One of the most serious troubles that can occur in a circuit is a DIRECT SHORT. Another term used to describe this condition is a SHORT CIRCUIT. The two terms mean the same thing and, in this course, the term direct short will be used. This term is used to describe a situation in which some point in the circuit, where full system voltage is present, comes in direct contact with the ground or return side of the circuit. This establishes a path for current flow that contains only the very small resistance present in the wires carrying the current.
According to Ohm’s law, if the resistance in a circuit is extremely small, the current will be extremely large. Therefore, when a direct short occurs, there will be a very large current through the wires. Suppose, for instance, that the two leads from a battery to a motor came in contact with each other. If the leads were bare at the point of contact, there would be a direct short. The motor would stop running because all the current would be flowing through the short and none through the motor. The battery would become discharged quickly (perhaps ruined) and there could be the danger of fire or explosion.
The battery cables in our example would be large wires capable of carrying heavy currents. Most wires used in electrical circuits are smaller and their current carrying capacity is limited. The size of wire used in any given circuit is determined by space considerations, cost factors, and the amount of current the wire is expected to carry under normal operating conditions. Any current flow greatly in excess of normal, such as there would be in the case of a direct short, would cause a rapid generation of heat in the wire.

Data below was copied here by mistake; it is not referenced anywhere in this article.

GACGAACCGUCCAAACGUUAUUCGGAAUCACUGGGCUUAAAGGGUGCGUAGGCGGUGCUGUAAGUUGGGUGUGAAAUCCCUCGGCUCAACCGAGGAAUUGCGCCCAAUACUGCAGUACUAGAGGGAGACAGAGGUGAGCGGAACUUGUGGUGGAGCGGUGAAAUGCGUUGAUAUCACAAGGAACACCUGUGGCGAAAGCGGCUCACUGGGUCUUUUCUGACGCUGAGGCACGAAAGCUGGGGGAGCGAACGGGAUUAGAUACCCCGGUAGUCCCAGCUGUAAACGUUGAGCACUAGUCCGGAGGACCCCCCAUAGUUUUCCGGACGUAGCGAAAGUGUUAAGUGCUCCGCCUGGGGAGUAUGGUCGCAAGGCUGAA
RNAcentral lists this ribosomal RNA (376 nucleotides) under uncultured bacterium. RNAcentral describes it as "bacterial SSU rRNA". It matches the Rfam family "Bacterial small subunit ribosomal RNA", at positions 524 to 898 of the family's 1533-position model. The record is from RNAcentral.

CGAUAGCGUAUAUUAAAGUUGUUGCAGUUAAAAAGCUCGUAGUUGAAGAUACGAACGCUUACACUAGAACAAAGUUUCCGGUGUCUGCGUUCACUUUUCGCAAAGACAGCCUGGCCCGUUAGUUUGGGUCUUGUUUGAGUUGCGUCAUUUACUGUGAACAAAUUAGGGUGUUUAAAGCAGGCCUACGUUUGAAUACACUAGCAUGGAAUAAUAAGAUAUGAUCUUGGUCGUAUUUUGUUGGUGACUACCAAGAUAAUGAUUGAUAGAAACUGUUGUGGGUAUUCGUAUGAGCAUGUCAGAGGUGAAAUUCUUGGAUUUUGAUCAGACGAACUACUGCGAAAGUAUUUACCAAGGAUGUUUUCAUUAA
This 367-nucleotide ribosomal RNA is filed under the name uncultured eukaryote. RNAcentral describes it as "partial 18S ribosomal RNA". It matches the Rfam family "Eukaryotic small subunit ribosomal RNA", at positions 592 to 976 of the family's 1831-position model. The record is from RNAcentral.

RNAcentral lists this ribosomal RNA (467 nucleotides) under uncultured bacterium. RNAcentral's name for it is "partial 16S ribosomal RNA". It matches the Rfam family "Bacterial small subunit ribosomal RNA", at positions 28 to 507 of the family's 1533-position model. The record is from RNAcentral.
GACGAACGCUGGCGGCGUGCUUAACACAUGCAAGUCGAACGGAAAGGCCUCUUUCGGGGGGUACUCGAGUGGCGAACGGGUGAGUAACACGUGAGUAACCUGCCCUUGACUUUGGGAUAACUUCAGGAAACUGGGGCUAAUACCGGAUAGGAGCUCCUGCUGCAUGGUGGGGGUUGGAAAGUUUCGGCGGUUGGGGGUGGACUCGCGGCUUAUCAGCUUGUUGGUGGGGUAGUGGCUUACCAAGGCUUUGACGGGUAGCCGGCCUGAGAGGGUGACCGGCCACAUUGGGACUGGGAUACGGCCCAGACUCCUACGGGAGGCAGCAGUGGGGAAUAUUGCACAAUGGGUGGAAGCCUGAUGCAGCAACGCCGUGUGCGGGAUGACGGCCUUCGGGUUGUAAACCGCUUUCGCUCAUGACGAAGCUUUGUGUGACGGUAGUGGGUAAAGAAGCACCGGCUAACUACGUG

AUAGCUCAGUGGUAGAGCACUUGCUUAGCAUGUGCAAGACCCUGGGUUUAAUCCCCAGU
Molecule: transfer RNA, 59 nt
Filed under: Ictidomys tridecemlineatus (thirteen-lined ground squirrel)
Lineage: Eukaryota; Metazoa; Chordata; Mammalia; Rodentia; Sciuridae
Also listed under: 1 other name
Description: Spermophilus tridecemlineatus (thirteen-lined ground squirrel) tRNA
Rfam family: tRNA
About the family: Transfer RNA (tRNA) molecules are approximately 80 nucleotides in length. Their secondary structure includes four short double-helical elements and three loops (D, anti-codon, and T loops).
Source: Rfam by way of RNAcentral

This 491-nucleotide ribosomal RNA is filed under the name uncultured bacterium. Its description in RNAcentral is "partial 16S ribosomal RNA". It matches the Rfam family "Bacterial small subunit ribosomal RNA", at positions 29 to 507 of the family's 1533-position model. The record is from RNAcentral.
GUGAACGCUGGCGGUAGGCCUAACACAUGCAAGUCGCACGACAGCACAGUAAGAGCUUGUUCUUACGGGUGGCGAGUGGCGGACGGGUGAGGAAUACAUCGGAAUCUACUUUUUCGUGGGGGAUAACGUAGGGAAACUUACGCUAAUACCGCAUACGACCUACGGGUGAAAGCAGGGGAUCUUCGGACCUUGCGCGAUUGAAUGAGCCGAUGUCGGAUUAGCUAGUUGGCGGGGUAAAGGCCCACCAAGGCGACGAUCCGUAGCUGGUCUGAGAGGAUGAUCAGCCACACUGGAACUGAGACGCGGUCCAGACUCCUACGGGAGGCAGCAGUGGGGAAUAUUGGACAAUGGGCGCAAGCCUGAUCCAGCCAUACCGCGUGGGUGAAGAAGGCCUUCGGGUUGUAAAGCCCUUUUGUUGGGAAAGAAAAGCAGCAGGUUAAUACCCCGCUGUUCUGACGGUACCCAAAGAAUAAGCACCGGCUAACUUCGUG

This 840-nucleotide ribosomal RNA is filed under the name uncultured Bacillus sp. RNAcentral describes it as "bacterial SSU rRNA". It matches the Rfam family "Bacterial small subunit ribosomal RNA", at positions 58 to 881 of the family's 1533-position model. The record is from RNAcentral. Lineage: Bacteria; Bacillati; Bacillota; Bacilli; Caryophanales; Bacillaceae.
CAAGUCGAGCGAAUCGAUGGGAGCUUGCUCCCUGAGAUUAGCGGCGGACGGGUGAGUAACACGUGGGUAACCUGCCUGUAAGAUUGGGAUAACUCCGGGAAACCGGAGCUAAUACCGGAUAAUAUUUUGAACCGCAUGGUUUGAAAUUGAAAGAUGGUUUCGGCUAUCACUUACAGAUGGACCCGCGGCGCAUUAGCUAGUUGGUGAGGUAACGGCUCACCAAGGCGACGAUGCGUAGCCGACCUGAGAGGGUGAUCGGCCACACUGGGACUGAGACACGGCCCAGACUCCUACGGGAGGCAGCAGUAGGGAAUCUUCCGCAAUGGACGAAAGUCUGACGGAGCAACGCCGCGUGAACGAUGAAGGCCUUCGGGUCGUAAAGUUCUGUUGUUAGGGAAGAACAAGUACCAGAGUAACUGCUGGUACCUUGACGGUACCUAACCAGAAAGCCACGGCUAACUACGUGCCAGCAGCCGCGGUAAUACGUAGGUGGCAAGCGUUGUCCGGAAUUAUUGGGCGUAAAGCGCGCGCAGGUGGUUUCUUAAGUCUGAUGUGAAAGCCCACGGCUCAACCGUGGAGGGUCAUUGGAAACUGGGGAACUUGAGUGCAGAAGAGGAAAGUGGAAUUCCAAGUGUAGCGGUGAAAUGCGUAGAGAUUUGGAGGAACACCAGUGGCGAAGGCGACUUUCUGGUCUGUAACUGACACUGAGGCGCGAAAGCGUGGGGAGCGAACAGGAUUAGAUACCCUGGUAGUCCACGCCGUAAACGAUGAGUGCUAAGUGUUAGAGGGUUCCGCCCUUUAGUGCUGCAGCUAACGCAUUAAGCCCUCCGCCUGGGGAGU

If the excessive current flow caused by the direct short is left unchecked, the heat in the wire will continue to increase until some portion of the circuit burns. Perhaps a portion of the wire will melt and open the circuit so that nothing is damaged other than the wire involved. The probability exists, however, that much greater damage will result. The heat in the wire can char and burn the insulation of the wire and that of other wires bundled with it, which can cause more shorts. If a fuel or oil leak is near any of the hot wires, a disastrous fire might be started.